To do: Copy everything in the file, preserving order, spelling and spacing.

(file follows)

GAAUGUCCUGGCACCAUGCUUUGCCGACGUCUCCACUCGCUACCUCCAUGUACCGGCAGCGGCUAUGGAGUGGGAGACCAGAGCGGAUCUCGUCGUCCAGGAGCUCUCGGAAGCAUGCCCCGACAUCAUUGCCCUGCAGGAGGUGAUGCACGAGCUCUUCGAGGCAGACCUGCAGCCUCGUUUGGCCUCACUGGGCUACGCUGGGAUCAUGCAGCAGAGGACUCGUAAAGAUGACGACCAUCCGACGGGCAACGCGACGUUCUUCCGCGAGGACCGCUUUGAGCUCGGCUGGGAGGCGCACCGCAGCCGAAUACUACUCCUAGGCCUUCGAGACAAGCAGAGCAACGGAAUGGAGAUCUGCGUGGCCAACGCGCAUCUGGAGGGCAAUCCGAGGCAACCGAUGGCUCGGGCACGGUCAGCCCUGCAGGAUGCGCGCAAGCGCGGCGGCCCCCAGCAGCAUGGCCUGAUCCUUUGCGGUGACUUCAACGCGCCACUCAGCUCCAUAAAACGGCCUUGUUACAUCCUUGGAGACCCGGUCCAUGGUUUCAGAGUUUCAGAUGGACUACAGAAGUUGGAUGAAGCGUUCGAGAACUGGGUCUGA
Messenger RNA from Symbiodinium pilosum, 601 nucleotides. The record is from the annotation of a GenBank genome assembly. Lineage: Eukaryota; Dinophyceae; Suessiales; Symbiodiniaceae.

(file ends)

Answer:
GAAUGUCCUGGCACCAUGCUUUGCCGACGUCUCCACUCGCUACCUCCAUGUACCGGCAGCGGCUAUGGAGUGGGAGACCAGAGCGGAUCUCGUCGUCCAGGAGCUCUCGGAAGCAUGCCCCGACAUCAUUGCCCUGCAGGAGGUGAUGCACGAGCUCUUCGAGGCAGACCUGCAGCCUCGUUUGGCCUCACUGGGCUACGCUGGGAUCAUGCAGCAGAGGACUCGUAAAGAUGACGACCAUCCGACGGGCAACGCGACGUUCUUCCGCGAGGACCGCUUUGAGCUCGGCUGGGAGGCGCACCGCAGCCGAAUACUACUCCUAGGCCUUCGAGACAAGCAGAGCAACGGAAUGGAGAUCUGCGUGGCCAACGCGCAUCUGGAGGGCAAUCCGAGGCAACCGAUGGCUCGGGCACGGUCAGCCCUGCAGGAUGCGCGCAAGCGCGGCGGCCCCCAGCAGCAUGGCCUGAUCCUUUGCGGUGACUUCAACGCGCCACUCAGCUCCAUAAAACGGCCUUGUUACAUCCUUGGAGACCCGGUCCAUGGUUUCAGAGUUUCAGAUGGACUACAGAAGUUGGAUGAAGCGUUCGAGAACUGGGUCUGA
Messenger RNA from Symbiodinium pilosum, 601 nucleotides. The record is from the annotation of a GenBank genome assembly. Lineage: Eukaryota; Dinophyceae; Suessiales; Symbiodiniaceae.